Siegfried was the originator for this phrase, which was usually used to silence Shtarker. He first used it in his first appearance, A Spy For A Spy. The line was made up by Leonard Stern on the set. After the first take, Stern whispered the line into Bernie Kopell's ear and the rest is catchphrase history! However, it began its usage without the first part:
Max: Couldn't you just have shushed him?
Siegfried: Ve Don't Shush Here!!
The Zis is KAOS part first was used in Snoopy Smart Vs. The Red Baron, though much softer then it was usually spoken. KAOS has captured Max and 99 and Shtarker is preparing to machine gun them down.
Shtarker: Let me let them have it. Dudududududu (making a machine gun noise).
Siegfried: Shtarker, zis is KAOS, we don't Dududu here.
I asked you not to tell me that!
This phrase didn't debut until the third season in Viva Smart. It was usually used when Max didn't want to hear about a mistake or terrible thing that happened. Most of its uses went along the lines of the first one.
Max: Don't tell me I fell off the horse.
99: You fell off the horse Max.
Max: I asked you not to tell me that!
idea 99 (Australia only).
Though it never caught on in North America and has never been considered a catchphrase by entertainment media, many Australian fans have told me that this phrase really caught on there and is still in use. After doing some research, I have to agree, there are hundreds of examples of its usage, so I'm counting it as an Australian special. It first appeared in KAOS in Control.
the second....I've ever seen.
This is a tough one, as I'm not quite sure if it's a catchphrase or not. The problem is that it varies with every episode. However, it definitely caught on beyond the show and is a phrase associated with Get Smart, so I'm including it here. This was used whenever Max would run into something completely ridiculous, like a giant arrow in Washington 4, Indians 3. Of course, he had to show that it was not ridiculous, so he would downplay it by saying "that's the second biggest arrow I've ever seen."
shame he didn't use ___________ for niceness instead of evil.
Again, this isn't really a catchphrase, but it is a running gag that people remember about the show. It's not really a catchphrase because, again, it really varied in usage. Sometimes it was goodness, sometimes rottenness instead of evil. It first appeared in the pilot episode when Max laments "if only he could have used his evil genius for niceness" about Mr. Big.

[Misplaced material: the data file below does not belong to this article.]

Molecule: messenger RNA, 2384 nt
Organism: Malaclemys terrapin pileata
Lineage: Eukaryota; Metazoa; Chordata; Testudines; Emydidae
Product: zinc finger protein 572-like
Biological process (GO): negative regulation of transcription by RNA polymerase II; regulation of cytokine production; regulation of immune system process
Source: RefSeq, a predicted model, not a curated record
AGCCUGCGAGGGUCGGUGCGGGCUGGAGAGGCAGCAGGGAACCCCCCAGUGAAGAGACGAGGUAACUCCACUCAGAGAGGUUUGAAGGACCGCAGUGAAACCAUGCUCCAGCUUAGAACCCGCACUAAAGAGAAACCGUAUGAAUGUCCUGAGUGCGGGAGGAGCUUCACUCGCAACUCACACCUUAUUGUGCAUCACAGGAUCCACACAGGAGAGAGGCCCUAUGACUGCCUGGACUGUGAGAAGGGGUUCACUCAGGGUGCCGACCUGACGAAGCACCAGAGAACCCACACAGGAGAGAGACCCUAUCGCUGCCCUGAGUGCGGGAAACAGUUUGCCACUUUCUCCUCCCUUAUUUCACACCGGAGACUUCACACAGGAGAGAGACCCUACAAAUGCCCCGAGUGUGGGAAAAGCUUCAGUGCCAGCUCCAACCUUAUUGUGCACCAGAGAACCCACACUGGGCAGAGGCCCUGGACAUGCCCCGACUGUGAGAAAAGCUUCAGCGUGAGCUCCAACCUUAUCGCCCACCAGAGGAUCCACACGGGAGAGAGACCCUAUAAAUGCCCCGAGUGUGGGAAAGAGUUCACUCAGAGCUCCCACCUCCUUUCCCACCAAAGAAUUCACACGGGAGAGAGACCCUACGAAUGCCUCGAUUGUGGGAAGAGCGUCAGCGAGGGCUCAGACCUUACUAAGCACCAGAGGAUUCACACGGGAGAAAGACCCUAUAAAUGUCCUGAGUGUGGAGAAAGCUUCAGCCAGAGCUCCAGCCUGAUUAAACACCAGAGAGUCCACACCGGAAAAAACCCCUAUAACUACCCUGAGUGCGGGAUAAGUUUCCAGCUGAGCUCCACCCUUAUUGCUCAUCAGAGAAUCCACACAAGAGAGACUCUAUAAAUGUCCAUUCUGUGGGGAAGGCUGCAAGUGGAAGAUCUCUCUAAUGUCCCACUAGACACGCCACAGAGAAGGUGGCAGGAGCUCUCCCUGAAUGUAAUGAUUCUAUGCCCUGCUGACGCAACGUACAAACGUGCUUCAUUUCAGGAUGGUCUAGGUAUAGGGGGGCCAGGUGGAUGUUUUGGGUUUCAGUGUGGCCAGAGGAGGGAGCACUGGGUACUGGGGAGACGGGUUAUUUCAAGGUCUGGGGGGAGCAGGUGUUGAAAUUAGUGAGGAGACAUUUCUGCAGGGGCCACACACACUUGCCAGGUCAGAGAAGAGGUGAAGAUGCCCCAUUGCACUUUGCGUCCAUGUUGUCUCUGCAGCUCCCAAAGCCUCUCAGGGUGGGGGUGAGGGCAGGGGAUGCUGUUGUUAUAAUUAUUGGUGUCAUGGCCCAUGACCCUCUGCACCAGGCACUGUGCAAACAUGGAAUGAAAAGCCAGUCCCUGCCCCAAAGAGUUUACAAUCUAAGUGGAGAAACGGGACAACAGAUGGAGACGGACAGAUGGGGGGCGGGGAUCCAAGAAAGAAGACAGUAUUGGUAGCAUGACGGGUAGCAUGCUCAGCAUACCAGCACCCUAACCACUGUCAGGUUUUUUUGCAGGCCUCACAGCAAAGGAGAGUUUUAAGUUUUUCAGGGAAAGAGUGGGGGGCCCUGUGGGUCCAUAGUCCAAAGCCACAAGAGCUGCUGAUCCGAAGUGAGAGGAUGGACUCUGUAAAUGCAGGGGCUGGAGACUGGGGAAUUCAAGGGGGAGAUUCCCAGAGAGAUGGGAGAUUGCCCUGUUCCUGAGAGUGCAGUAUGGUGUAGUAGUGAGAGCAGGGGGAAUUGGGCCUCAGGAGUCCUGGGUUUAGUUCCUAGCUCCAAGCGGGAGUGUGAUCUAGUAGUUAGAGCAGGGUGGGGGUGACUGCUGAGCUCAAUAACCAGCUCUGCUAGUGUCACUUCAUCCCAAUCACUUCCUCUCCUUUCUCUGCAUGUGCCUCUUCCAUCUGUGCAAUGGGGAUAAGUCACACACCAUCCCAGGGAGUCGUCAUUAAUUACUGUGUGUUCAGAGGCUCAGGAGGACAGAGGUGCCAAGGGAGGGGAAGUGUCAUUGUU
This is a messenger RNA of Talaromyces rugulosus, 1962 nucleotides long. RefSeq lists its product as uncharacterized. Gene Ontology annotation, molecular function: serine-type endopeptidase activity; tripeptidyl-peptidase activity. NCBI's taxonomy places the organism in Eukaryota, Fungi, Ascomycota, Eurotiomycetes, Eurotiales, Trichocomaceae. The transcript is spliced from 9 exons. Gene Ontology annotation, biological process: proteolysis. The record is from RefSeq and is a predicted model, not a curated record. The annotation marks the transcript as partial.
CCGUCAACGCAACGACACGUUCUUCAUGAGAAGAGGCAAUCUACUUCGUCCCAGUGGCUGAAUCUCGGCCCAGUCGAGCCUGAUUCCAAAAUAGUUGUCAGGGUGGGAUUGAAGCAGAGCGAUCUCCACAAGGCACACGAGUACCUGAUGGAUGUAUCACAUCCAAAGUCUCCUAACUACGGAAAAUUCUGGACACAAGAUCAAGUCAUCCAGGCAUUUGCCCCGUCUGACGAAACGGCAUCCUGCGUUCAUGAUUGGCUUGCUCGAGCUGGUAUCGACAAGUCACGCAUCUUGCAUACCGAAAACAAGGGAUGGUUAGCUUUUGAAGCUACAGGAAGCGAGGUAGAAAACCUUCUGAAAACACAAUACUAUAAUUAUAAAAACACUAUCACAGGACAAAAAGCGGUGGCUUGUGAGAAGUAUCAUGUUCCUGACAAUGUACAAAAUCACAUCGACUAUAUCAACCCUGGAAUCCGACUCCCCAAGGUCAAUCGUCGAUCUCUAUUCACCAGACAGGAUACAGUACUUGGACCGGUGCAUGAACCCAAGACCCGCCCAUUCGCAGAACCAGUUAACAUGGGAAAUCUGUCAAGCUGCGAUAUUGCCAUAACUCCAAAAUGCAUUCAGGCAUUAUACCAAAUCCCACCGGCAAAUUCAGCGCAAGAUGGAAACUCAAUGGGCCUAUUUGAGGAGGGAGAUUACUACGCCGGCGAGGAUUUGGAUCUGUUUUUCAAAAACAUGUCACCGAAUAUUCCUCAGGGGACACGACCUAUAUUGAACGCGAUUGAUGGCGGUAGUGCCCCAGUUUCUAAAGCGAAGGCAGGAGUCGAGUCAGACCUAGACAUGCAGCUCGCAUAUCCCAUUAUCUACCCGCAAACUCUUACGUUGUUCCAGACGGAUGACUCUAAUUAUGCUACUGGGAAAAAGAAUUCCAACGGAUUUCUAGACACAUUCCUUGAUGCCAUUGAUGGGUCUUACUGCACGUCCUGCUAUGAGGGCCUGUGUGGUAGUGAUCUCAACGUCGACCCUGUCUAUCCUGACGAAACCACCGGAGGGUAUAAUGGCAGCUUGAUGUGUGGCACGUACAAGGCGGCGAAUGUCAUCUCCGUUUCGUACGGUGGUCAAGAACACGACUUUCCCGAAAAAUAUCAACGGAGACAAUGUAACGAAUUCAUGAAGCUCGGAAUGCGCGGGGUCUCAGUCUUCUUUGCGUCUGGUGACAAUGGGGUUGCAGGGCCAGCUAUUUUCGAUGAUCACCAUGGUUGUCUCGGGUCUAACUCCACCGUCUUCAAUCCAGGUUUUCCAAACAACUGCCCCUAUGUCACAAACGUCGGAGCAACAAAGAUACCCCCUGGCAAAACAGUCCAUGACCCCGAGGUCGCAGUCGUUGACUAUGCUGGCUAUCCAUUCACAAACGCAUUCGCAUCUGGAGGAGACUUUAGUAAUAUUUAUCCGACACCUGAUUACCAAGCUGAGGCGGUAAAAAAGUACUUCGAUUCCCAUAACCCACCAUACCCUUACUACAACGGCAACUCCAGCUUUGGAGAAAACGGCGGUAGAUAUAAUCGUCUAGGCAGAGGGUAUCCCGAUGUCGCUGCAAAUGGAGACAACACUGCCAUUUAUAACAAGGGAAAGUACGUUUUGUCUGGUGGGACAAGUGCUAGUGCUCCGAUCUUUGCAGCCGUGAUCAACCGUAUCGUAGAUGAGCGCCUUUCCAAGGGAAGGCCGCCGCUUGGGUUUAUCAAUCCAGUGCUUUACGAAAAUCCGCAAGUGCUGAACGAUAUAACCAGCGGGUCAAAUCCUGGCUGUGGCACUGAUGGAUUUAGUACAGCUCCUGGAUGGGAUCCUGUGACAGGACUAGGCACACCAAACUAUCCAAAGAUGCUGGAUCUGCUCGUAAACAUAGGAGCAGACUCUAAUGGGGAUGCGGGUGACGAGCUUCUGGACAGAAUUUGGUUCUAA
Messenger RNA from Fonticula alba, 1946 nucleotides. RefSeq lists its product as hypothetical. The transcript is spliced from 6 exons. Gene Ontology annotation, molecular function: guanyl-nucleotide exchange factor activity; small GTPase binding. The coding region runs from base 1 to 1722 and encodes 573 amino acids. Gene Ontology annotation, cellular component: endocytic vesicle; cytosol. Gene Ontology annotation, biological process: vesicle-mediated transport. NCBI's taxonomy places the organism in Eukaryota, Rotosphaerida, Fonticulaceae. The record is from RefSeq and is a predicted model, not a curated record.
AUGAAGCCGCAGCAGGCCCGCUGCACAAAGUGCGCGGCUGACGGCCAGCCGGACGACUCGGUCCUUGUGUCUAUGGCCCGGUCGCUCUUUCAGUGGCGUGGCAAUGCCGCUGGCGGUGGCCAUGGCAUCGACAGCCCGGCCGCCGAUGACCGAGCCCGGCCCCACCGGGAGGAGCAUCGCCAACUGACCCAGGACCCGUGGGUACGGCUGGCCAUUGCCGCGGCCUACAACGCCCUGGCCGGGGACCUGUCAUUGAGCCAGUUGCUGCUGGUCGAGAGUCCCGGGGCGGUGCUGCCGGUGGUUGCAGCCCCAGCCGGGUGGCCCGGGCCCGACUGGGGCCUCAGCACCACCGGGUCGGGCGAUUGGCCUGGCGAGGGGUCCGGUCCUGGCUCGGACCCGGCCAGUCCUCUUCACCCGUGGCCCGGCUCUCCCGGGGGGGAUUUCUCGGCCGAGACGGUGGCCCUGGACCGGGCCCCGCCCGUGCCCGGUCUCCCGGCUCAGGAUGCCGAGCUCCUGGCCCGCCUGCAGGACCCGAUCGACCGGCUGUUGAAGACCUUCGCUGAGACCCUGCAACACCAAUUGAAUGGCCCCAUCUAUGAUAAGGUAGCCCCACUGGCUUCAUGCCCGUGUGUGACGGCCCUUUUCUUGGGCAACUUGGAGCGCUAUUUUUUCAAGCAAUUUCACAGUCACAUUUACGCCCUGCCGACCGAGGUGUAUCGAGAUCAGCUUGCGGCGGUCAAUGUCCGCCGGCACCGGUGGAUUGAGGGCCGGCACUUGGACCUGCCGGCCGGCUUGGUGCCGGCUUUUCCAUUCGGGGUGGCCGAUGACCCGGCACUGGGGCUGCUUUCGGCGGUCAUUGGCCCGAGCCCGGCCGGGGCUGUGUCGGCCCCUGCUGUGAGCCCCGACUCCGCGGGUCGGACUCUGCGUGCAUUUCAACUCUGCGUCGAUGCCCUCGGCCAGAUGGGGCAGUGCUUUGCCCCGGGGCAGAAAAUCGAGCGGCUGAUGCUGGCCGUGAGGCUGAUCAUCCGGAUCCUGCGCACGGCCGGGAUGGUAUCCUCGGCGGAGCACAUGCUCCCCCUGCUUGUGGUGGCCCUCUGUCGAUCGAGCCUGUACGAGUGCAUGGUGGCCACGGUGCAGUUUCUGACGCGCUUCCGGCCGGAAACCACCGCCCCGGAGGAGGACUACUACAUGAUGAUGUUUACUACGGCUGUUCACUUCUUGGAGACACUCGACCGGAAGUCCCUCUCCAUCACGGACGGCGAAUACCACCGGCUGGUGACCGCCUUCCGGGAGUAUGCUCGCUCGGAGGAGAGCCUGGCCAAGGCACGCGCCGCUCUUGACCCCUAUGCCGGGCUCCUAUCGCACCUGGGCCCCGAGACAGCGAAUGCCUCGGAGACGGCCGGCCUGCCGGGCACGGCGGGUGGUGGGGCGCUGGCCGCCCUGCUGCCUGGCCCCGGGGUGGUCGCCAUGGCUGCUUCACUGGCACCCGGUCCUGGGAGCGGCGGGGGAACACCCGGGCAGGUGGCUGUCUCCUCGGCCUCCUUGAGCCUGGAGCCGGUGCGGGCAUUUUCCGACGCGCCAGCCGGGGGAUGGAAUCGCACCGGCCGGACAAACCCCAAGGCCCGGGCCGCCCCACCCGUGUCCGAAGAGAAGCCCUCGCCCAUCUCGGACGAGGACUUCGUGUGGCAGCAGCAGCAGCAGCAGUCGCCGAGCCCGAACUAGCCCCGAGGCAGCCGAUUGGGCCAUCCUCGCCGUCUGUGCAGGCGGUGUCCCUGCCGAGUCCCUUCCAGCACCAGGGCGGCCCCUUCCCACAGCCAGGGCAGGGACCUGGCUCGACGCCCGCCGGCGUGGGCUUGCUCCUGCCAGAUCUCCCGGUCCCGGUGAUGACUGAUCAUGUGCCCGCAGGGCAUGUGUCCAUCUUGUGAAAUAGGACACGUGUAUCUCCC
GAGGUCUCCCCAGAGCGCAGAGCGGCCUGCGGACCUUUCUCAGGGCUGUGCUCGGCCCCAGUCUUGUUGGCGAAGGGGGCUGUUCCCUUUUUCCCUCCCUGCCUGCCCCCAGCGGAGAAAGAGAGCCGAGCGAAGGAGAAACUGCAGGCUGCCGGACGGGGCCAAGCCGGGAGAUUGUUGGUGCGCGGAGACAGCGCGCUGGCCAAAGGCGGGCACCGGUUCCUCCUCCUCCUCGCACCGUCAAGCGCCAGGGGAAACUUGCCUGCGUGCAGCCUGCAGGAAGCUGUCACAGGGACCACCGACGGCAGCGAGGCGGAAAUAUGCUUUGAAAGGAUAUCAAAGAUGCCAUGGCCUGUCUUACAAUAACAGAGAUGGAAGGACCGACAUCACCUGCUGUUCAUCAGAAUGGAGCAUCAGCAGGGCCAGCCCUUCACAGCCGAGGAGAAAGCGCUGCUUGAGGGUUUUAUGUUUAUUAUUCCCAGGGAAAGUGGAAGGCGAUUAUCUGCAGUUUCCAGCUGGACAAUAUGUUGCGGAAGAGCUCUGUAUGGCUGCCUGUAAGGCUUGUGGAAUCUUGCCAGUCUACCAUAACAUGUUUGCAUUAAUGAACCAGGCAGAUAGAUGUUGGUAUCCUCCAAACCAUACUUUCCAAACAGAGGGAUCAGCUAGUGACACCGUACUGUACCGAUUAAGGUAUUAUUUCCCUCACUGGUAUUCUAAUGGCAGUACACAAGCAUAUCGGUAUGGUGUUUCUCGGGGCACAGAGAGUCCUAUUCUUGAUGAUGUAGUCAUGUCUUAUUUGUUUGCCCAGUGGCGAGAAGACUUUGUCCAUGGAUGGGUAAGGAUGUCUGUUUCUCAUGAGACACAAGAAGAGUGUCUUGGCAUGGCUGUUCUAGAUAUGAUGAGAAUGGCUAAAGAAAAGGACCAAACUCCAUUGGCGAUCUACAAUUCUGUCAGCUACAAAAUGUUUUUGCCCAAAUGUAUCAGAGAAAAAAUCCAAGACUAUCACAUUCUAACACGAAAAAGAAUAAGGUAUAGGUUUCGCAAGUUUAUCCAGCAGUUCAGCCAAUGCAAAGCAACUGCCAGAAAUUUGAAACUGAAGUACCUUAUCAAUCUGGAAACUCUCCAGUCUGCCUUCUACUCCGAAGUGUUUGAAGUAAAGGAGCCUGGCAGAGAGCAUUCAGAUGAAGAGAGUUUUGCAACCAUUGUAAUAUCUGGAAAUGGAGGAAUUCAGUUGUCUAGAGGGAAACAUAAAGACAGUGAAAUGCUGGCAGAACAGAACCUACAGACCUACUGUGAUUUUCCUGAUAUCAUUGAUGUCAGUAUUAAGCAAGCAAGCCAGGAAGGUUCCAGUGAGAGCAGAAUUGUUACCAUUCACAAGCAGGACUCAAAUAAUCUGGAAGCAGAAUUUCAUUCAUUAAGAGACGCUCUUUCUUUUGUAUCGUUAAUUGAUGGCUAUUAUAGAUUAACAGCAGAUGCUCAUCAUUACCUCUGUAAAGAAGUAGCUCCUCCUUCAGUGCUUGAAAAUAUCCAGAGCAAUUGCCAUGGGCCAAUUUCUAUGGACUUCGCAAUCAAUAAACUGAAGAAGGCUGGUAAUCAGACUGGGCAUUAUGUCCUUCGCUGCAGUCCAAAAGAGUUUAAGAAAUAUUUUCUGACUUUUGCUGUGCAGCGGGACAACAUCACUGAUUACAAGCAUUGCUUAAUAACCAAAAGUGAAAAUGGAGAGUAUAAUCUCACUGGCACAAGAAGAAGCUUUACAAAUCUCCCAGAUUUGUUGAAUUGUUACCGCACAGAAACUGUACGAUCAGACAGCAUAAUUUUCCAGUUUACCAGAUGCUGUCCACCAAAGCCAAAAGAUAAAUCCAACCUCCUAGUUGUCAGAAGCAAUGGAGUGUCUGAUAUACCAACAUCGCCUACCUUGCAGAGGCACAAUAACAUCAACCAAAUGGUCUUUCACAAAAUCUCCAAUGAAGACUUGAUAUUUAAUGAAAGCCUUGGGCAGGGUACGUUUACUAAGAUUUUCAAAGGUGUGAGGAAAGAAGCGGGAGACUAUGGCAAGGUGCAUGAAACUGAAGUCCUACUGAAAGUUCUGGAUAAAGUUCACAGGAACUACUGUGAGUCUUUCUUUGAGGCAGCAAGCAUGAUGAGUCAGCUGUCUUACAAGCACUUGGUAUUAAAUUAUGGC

I hope I
wasn't out of line with that ___________ crack.
Another one that really doesn't meet the catchphrase criteria, but deserves a mention. Max would be about to fight a KAOS agent and he would taunt the agent by saying something like "I'm used to dealing with gorillas like you." When Max's attack fails miserably, he puts his arm around the agent and says, "I hope I wasn't out of line with that crack about a gorilla." Again, it varied greatly and never really caught on beyond the show. It first appeared in Hubert's Unfinished Symphony.
Klaus from Argentina has an interesting report on the catchphrases in the Spanish version of Get Smart:
Among the shared ones are :
I asked you not to tell me that! ( Te dije que no me lo dijeras!)
The Old __________ Trick ( el viejo truco de_____)
Would you believe...? ¿Me creería...
But some of the more catchy ones that appeared only in the Spanish version were:
"Lo sospeché desde el principio" ( something like I knew it or suspected from the very beginning).
¡"Un moooooomento jefe!" ( just a moment/minute Chief)
Copyright 1995-2008 Carl Birkmeyer